Blog Posts by Olivier Knox

  • Ag Sec Vilsack wishes for ‘rain prayer’ to combat painful drought

    The exposed bottom of the Mississippi River near St. Louis, July 17, 2012. (Robert Ray/AP)

    Agriculture Secretary Tom Vilsack warned Wednesday that the worst drought in 25 years would drive food prices up later this year and said the situation was bad enough to make him wish for divine intervention. He also warned consumers to be on the watch for food price gouging.

    "I get on my knees every day, and I'm saying an extra prayer now," Vilsack told reporters during a rare appearance in the White House briefing room. "If I had a rain prayer, or rain dance, I could do, I would do it."

    "But honestly right now the focus needs to be on working with Congress" to craft an aid package in some form for hard-hit farmers and livestock producers facing the prospects of failed crops and higher feed costs, he said. Vilsack did not put a price tag on such legislation, saying the full extent of the damage was not yet clear.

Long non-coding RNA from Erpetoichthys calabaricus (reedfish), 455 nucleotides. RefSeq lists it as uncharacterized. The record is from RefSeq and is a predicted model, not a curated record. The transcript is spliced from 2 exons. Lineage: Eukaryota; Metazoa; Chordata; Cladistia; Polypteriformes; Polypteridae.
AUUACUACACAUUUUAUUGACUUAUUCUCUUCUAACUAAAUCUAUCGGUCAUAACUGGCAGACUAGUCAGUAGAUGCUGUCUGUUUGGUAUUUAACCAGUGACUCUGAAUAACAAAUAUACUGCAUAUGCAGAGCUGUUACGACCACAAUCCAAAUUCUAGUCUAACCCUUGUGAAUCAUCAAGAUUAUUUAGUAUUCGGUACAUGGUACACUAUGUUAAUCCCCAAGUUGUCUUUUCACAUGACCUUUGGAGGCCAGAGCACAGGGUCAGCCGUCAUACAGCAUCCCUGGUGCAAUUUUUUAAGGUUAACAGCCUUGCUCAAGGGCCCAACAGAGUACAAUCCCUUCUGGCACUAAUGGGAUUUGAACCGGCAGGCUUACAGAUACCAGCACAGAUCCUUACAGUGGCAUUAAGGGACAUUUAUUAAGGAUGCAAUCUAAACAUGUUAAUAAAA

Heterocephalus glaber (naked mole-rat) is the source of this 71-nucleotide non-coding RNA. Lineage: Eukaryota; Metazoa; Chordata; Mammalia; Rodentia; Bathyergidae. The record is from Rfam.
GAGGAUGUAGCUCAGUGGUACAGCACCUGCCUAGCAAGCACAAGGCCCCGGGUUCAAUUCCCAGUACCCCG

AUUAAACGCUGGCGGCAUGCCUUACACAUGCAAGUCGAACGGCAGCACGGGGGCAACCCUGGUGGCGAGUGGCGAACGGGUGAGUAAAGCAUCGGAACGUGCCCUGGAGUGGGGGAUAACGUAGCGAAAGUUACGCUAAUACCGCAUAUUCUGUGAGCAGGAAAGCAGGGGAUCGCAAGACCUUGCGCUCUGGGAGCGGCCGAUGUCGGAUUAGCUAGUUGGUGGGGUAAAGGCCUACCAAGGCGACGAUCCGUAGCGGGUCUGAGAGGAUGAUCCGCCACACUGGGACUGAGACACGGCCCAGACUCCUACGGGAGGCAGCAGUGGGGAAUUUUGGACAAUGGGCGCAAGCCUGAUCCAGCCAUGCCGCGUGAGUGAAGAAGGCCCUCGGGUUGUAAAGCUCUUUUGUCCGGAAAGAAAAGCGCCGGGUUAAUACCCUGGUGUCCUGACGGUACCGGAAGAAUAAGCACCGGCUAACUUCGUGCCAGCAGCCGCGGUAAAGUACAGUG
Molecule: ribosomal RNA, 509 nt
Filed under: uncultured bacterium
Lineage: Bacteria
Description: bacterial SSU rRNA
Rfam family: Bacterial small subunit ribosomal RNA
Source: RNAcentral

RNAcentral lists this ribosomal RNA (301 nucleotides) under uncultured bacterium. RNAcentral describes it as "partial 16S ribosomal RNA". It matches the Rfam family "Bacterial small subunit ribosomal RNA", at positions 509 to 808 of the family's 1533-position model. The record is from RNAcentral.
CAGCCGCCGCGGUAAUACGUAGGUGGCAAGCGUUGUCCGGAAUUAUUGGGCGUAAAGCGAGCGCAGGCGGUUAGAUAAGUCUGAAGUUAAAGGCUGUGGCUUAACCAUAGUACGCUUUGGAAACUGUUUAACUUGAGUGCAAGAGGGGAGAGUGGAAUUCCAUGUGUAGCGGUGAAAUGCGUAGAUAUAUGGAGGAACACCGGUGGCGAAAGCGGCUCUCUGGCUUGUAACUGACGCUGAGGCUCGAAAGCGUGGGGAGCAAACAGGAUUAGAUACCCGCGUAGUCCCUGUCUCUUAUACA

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  • White House aide says Assad is ‘losing control of Syria’

    The White House said Wednesday that the latest deadly violence in Syria—notably a suicide bomb attack that killed the country's defense minister, as well as increased fighting in Damascus—showed that President Bashar Assad was losing his once iron grip on the country.

    "It's clear that the Assad regime is losing control of Syria," said National Security Council spokesman Tommy Vietor. "With the Assad regime losing control, it's time for the Syrian people and the international community to focus on what comes next."

    The bombing prompted Defense Secretary Leon Panetta to warn that the violence in Syria is "rapidly spinning out of control" and that a political solution is urgently needed.

    The message from Vietor is not radically different from the White House's message over the past few months: Assad's ouster is a matter of time, and the world must unite to pave the way for a political transition. But events on the ground lent it greater urgency.

    "We are working urgently with our international partners to push for a political transition in Syria," Vietor said in an emailed statement, noting talks between Washington's international partners and Syria's opposition. "The sooner this transition happens, the greater the chance we have of averting a lengthy and bloody sectarian civil war and the better we'll be able to help Syrians manage a stable transition to democracy."

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  • A tattoo crackdown? U.S. Capitol Police set new body modification rules